A NEW Look: Case Manager Denise Ziegler

Case Manager Denise Ziegler considers herself Superwoman. She doesn’t wear a red cape or fly an invisible jet, but her days are devoted to helping others and saving the day.

Denise works as a case manager for New Horizons, helping mothers find stability and confidence, and helping their kids stay motivated and inspired. Denise is also earning her BA in criminal justice. As if that’s not enough, Denise takes care of her elderly mother and most weekends, all four of her grandsons, ages 12,11, 5 and 1 stay with her.

Serving others, she said, is just who she is.

“When I started working at NEW, I could really identify with the women because of my own personal experience,” she said. Denise had her own battle with addiction as a young mother, so she sees herself as a real life example of someone who has succeeded despite setbacks.

“You see the struggle especially when they’re trying to stay clean,” she said. “You show them more than you tell them. You say, ‘I was where you are and look where I am now?’ I really have compassion and a real love for what I do,” she said.

After Denise earns her BA, she plans to get a job working in a jail or with women coming home from jail. Her kids and grand-kids are all doing well and she has no intention of giving up her Superwoman title any time soon.

“It’s all about giving back, and sharing your experience of strength and hope,” she said.  “You want to make a difference in someone’s life and I think I have.”

Did You Know: Case Manger Antoinette Norris

Did you know that Case Manager Antoinette Norris always seems to have a smile on her face? A DC native and the youngest of seven children, growing up, Antoinette was always fascinated with human behavior. “I wanted to know why people do what they do and why they think what they think,” she said.  Antoinette’s brother went through some life challenges and she remembers asking her parents, “Why can’t he just get it together?” It was this desire to know and understand that lead her to social work. “I wanted to find out how I could help people change their behavior,” she said.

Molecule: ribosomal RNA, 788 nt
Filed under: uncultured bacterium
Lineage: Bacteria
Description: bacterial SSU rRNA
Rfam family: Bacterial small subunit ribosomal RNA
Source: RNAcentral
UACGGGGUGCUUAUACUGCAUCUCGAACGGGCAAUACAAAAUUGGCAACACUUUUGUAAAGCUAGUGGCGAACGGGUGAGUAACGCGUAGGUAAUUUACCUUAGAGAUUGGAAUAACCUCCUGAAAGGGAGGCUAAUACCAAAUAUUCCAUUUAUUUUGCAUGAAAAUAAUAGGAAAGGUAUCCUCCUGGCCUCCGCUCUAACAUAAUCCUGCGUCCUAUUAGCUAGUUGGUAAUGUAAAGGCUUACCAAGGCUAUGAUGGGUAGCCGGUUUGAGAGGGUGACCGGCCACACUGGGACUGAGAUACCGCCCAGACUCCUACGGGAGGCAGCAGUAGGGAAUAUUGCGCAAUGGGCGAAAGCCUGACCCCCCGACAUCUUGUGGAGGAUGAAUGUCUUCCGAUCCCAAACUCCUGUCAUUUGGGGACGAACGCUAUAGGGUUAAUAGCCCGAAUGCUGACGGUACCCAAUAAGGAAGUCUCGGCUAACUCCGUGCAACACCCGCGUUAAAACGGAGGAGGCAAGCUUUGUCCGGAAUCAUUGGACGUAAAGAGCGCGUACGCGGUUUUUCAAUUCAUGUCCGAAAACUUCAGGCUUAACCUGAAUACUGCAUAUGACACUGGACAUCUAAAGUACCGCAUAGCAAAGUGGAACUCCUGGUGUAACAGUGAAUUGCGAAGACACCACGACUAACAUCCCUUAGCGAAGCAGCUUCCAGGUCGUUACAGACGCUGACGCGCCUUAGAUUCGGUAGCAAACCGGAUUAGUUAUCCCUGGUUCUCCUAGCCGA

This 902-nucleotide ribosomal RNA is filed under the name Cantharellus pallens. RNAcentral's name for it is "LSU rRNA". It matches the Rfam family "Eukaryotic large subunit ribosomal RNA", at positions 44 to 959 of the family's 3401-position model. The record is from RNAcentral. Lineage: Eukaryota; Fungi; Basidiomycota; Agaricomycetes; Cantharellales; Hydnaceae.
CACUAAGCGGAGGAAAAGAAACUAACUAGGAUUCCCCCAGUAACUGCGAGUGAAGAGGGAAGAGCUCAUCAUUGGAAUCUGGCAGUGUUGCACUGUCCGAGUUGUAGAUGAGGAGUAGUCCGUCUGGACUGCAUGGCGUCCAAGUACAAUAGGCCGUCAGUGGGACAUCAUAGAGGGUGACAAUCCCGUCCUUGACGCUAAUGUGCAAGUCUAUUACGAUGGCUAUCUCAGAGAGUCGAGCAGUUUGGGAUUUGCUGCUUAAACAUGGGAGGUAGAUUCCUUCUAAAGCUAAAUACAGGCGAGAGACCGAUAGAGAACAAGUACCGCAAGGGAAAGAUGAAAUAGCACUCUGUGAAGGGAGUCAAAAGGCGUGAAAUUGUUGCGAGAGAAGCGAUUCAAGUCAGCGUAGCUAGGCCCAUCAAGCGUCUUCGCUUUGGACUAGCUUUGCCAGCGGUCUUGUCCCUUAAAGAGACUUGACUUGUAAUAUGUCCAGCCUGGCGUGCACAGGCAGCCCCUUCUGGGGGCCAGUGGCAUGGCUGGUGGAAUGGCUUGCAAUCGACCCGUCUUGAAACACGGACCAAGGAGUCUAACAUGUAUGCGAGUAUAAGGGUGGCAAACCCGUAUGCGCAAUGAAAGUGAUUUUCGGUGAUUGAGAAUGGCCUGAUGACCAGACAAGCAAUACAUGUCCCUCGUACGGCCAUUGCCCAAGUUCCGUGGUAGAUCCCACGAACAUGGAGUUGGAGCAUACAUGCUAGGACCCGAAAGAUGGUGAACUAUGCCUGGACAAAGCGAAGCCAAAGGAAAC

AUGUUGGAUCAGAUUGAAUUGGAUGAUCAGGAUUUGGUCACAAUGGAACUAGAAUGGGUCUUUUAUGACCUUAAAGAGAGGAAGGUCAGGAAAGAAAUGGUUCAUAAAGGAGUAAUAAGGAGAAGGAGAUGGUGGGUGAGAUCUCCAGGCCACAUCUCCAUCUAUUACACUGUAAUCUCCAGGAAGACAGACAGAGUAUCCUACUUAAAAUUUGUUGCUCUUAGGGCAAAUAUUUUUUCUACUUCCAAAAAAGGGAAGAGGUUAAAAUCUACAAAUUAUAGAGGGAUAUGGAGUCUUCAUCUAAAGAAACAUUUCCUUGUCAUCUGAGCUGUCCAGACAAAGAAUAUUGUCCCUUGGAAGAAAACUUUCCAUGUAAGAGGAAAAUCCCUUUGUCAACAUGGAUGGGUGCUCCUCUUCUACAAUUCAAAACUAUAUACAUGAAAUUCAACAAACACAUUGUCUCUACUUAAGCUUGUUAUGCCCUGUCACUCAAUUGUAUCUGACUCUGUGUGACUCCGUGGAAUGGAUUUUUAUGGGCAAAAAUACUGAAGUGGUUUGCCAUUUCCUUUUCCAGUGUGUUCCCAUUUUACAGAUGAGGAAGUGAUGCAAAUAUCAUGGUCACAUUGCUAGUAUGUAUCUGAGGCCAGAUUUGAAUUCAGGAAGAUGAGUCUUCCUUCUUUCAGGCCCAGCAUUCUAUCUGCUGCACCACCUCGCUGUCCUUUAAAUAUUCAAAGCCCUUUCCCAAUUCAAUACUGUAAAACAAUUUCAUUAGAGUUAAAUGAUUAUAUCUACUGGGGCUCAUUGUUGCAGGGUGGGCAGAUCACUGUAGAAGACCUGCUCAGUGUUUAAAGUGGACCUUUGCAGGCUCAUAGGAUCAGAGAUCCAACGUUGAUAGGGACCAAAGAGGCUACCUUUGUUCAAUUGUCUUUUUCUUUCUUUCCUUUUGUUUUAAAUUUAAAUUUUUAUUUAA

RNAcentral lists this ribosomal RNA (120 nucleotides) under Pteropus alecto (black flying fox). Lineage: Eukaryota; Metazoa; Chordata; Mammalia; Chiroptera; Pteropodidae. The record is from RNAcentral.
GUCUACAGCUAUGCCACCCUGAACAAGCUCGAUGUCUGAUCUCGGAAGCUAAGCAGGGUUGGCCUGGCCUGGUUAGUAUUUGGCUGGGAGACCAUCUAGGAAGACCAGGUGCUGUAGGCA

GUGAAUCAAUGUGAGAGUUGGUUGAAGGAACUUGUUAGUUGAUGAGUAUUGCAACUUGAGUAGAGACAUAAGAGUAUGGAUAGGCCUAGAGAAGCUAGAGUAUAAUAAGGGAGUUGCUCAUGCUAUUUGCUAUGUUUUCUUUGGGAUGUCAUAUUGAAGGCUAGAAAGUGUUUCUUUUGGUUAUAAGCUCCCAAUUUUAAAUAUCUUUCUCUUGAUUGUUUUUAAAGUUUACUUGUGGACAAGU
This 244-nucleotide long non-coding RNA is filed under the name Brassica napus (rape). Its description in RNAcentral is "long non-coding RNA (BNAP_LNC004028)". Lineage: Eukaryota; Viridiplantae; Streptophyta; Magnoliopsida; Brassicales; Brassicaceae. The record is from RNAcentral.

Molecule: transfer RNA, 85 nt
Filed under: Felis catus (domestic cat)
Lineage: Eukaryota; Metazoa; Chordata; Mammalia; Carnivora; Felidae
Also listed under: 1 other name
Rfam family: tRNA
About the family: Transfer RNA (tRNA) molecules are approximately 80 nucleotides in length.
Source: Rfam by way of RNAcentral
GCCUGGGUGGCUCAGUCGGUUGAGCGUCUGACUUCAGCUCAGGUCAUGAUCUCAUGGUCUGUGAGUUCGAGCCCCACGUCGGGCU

Antoinette earned an undergraduate degree in psychology and then a Master’s in counseling, both from Trinity University. When she graduated she was determined that she did NOT want to work with adults. She took an internship with Rachael’s House in any case, because she needed it to graduate. In true optimistic Antoinette form, she ended up connecting to her clients. “I was already very women-centric in my thinking, but I didn’t know it at the time,” she said “These were women. I’m a woman. That right there is a very powerful connection,” she said.

After more than a decade in the field, does Antoinette now understand human behavior? “I don’t know,” she said, “but what I do know is for the most part, people just want to be heard. The women I work with feel voiceless and powerless, and a listening ear can be medicine for the soul.”

Did You Know: Case Manger Mozell Brown

Did you know that this week, case manager Mozell Brown celebrates 27 years of sobriety? One of 12 kids in her family, D.C-native, Mozell lost her mom to cancer when she was 10-years-old. “I didn’t know how to cope,” she said, so around the age of 13, she started using drugs. “I stopped believing in God and I became this very angry little girl,” she said. She eventually dropped out of school and became homeless.

Then at the age of 31, she decided she had had enough. She quit using drugs and alcohol, and didn’t relapse once. She earned her GED and her bachelor’s degree in social work. Sometimes Mozell shares her story with her clients, so that “they can receive that hope, that if it happened for me, it can happen for them,” she said.

When she got sober, she also regained her faith in God. Prayer, Mozell said, is a big part of her life. “You just pray. Cause prayer changes things, but you have to believe in order for it to change.”

Letter from the Executive Director

When volunteers came into our NEW homes this year, they were tasked with a specific mission: A group from Morgan Stanley painted the YEP classroom; A group from Reid Temple AME brought lunch for the women; a group from Deloitte organized a holiday party. These capable volunteers assisted us with solutions to real needs. And we were so grateful.